Tested through a range of speaker cabs, using a Komet Airbrake power attenuator to rein in higher-volume settings, playing a Gibson Custom Shop 1959 Les Paul Reissue, a 1957 Fender Telecaster and a Gretsch-style Thorn Artisan Limited with TV Jones Classic pickups, the Komet 60’s playing experience more than lived up to the expectations established by its build quality and componentry. In short, this is an amp for the ages; in long, phew… you just don’t want to stop playing a tone generator like this one. You’ll hear this from other guitarists familiar with the 60: the amp’s glory is as much a feel thing as a sound thing.
It sounds fantastic, make no mistake, but the element that really shifts your playing perspective is the way its dynamic responsiveness – and in either mode, fast or gradual – allows you such intimate control of the circuit’s response. With the volume set to 2 o’clock and touch response at gradual to begin with, gentle picking elicits shimmering, harmonically resplendent tones that are utterly three dimensional, and which somehow magically still pass for ‘clean’, but which segue seamlessly into juicy, pliant valve grind when you simply hit the guitar harder.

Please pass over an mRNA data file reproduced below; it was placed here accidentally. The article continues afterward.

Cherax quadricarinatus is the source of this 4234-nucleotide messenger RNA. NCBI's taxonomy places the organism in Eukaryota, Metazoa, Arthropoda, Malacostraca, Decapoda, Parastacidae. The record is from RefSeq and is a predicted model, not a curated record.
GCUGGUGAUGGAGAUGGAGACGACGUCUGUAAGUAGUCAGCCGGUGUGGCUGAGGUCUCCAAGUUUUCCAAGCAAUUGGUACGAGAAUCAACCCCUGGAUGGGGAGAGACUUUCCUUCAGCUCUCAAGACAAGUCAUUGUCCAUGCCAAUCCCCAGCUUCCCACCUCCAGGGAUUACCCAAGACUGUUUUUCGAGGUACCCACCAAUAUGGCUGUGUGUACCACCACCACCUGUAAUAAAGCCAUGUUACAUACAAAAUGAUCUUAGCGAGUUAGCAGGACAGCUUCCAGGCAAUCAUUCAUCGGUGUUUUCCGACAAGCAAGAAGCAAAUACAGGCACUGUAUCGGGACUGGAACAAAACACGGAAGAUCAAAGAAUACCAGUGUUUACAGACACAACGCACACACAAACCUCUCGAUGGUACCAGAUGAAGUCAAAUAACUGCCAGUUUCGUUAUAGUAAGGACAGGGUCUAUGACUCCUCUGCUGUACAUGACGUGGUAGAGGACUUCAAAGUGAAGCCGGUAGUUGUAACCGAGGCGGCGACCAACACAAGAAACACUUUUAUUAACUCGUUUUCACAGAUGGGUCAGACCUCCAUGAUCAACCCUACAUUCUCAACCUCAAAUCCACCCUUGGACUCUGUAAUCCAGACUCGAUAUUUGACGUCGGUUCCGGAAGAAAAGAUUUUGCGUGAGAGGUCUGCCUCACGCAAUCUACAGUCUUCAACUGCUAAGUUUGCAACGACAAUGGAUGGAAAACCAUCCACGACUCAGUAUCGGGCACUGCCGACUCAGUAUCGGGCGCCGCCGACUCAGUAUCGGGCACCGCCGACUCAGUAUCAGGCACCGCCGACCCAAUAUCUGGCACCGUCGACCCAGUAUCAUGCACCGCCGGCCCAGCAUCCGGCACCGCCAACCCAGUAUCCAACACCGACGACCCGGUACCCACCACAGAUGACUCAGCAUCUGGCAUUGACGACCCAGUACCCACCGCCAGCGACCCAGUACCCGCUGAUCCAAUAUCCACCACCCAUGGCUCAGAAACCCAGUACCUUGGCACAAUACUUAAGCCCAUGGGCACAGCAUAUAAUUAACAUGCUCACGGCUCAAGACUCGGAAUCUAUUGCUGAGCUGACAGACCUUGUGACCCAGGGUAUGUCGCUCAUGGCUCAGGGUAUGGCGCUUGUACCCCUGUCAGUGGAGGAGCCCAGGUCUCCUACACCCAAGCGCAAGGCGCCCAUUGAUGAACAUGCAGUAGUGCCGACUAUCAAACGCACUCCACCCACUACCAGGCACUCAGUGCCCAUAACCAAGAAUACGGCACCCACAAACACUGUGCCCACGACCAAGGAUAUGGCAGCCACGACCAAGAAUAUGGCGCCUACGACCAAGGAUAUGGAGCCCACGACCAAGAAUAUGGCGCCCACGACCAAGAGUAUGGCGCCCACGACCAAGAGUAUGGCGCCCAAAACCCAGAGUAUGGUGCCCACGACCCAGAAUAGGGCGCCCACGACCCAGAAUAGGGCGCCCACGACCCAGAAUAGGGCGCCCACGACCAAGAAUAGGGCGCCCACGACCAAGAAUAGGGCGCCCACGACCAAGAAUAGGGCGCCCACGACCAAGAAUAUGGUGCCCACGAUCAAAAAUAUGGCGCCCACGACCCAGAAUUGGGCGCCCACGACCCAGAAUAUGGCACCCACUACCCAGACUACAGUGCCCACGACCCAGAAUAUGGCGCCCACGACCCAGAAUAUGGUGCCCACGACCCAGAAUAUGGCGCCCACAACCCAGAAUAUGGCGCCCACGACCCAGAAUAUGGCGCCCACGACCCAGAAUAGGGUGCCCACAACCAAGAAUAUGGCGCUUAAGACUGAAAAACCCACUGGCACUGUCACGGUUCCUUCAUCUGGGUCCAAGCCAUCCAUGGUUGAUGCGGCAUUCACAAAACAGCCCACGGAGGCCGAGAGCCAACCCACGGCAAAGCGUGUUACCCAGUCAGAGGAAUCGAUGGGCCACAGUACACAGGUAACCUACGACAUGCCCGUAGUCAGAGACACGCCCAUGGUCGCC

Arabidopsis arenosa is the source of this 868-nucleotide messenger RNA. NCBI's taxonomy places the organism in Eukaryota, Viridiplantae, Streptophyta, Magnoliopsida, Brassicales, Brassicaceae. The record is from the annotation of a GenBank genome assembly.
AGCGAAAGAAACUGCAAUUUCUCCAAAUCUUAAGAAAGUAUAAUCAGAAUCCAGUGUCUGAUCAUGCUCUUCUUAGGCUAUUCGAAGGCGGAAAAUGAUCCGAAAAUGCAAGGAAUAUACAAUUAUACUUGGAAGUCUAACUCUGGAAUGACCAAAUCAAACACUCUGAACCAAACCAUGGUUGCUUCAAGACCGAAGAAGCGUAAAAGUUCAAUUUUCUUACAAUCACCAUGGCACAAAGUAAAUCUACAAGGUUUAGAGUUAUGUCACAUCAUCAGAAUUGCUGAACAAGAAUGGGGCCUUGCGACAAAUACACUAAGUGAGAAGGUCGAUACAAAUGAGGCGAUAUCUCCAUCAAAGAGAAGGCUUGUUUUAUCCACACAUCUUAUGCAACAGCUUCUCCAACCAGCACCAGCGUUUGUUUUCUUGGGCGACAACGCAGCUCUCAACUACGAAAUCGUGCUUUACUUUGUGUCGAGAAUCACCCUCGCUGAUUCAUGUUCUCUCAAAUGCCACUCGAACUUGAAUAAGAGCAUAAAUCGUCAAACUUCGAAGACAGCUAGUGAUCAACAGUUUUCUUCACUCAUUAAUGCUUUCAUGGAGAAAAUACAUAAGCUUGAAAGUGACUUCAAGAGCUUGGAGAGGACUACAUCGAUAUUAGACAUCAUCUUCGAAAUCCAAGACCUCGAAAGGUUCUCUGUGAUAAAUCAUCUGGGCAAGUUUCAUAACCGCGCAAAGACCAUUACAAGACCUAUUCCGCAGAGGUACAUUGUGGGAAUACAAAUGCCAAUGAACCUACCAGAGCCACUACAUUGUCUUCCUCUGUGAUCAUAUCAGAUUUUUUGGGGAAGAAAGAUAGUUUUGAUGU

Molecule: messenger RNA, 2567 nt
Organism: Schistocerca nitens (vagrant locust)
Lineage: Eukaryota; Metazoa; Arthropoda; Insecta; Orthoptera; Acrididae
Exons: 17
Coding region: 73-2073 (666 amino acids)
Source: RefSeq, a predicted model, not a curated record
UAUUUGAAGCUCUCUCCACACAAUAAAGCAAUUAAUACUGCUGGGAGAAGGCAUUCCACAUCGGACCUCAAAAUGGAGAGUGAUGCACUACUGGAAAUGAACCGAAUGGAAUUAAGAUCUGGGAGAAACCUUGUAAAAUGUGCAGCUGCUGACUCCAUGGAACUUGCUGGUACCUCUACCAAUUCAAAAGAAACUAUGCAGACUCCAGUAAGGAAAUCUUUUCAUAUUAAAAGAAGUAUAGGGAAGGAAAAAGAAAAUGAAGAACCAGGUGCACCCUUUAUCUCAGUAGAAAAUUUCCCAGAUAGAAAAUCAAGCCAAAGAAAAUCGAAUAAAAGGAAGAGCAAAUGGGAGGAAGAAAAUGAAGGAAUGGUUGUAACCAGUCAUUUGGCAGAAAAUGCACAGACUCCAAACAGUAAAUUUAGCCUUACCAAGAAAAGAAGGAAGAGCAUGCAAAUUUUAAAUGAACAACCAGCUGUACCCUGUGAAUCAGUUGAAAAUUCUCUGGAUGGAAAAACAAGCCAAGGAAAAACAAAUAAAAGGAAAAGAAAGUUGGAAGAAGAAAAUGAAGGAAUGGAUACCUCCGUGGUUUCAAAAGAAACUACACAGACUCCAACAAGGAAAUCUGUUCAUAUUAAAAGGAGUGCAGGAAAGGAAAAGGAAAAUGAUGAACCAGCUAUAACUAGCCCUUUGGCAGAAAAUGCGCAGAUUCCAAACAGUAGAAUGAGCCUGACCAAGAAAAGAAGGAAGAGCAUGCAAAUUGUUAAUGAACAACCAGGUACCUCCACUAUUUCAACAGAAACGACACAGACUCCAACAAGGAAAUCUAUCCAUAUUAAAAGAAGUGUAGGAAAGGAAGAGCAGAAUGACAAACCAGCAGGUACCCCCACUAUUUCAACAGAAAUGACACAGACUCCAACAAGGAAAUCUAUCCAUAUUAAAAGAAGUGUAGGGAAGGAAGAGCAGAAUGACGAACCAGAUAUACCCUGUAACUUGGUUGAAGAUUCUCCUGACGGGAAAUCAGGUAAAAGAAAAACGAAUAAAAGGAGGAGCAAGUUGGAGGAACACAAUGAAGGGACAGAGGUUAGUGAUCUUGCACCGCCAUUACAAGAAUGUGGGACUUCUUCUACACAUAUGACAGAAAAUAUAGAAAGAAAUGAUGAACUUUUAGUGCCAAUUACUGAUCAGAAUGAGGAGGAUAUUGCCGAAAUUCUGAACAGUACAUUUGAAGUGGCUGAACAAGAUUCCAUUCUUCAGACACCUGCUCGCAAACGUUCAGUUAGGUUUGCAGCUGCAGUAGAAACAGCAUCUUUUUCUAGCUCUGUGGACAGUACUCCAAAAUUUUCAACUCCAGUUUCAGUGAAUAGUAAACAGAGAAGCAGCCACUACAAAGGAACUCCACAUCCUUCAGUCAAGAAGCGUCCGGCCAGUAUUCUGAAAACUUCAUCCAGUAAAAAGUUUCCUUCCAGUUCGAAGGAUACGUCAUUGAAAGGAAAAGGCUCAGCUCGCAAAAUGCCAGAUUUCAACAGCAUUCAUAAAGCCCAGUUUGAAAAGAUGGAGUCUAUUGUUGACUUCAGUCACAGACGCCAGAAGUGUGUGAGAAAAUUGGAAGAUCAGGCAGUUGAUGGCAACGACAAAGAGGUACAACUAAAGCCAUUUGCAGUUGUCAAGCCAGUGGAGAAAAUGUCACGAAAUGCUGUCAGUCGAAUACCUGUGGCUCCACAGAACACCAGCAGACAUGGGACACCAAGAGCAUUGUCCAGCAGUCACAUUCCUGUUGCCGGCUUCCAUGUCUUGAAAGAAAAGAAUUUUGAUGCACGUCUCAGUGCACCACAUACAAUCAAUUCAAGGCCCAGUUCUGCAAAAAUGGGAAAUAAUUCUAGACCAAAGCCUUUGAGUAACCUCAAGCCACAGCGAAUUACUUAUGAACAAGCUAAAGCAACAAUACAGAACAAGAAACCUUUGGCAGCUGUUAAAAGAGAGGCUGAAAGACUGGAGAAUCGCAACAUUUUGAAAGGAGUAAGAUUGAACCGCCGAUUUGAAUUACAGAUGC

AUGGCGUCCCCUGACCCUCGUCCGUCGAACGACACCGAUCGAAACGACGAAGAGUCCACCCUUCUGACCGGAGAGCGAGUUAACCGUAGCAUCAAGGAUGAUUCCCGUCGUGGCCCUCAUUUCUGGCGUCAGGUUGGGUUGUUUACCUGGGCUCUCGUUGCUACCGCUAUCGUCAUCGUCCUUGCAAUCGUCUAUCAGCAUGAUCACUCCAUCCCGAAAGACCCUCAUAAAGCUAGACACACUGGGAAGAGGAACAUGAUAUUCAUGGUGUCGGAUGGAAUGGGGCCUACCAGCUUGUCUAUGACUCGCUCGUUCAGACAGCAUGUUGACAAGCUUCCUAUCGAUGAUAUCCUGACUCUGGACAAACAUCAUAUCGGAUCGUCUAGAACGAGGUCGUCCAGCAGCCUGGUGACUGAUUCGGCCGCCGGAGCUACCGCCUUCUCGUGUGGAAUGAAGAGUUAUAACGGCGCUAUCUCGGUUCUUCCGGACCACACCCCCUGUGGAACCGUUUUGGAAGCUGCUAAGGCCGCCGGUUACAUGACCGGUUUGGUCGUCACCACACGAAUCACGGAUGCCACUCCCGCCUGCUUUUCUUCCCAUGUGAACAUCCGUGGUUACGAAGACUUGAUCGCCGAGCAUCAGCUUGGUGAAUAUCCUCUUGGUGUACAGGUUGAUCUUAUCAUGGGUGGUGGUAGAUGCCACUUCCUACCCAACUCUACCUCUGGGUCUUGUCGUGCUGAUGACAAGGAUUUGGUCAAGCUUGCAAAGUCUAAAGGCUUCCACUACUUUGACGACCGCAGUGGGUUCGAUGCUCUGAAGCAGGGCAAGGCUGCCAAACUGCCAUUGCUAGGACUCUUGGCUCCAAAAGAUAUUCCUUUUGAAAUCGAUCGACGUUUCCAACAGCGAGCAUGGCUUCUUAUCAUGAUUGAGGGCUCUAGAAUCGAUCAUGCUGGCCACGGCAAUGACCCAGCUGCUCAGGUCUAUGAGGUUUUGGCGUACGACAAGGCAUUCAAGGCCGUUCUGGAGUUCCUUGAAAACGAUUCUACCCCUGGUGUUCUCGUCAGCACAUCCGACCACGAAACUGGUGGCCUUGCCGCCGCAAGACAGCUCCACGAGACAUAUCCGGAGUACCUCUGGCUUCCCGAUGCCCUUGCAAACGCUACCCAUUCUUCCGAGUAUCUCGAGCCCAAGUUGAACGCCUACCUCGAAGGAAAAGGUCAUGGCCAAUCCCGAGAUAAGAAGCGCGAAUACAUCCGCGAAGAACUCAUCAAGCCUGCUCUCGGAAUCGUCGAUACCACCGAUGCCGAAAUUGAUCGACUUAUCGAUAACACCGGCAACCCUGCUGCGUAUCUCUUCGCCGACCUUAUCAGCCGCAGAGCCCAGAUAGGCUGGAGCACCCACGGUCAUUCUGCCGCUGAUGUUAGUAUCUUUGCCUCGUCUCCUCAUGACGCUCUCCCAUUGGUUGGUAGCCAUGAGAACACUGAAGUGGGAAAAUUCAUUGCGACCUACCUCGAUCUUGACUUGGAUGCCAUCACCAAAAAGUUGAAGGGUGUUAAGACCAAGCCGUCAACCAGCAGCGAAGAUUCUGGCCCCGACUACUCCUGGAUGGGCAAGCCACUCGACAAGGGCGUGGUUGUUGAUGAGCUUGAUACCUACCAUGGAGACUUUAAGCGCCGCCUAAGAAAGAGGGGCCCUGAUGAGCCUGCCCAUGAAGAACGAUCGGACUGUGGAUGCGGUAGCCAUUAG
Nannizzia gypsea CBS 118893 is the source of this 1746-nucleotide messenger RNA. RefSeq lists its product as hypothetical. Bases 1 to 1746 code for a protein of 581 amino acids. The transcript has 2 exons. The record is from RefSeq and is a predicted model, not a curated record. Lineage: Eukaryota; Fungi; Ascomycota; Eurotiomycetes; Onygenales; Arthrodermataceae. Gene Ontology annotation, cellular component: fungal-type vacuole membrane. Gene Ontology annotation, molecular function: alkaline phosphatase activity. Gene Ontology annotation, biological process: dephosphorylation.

Further degrees of response are available at your guitar’s volume control, and we haven’t even explored the vastly flexible EQ yet (which, suffice to say, reveals a greater and more usable range from each knob than the classic treble-middle-bass arrangement). Even during gentle playing, the amp is ready to soar into willing harmonic feedback, yet it’s all controllable, and all an utter delight to manipulate. All great so far – then switch to fast mode for a hair-trigger, seat-of-the-trousers ride that captures an entirely new realm of thrilling. A modern classic, then? Oh, by a long chalk.
• Price $3,999 (approx. £2,686 excluding any shipping and duties)
• Controls Volume, treble, middle, bass, presence, cut; fast/gradual ‘touch response’ switch on back panel
• Output 50-60 watts, depending on output tubes
• Tubes 3x 12AX7s, 2x EL34s (swappable for 6L6s, KT66s, KT77s, 6550s and others), GZ34 rectifier
• Features Dual speaker outputs, with switch for 4, 8 and 16 ohms; rear-panel bias test points with latching bias-level potentiometer
• Dimensions 571x228x228mm
• Weight 38lbs/17.2kg
• Contact kometamps.com,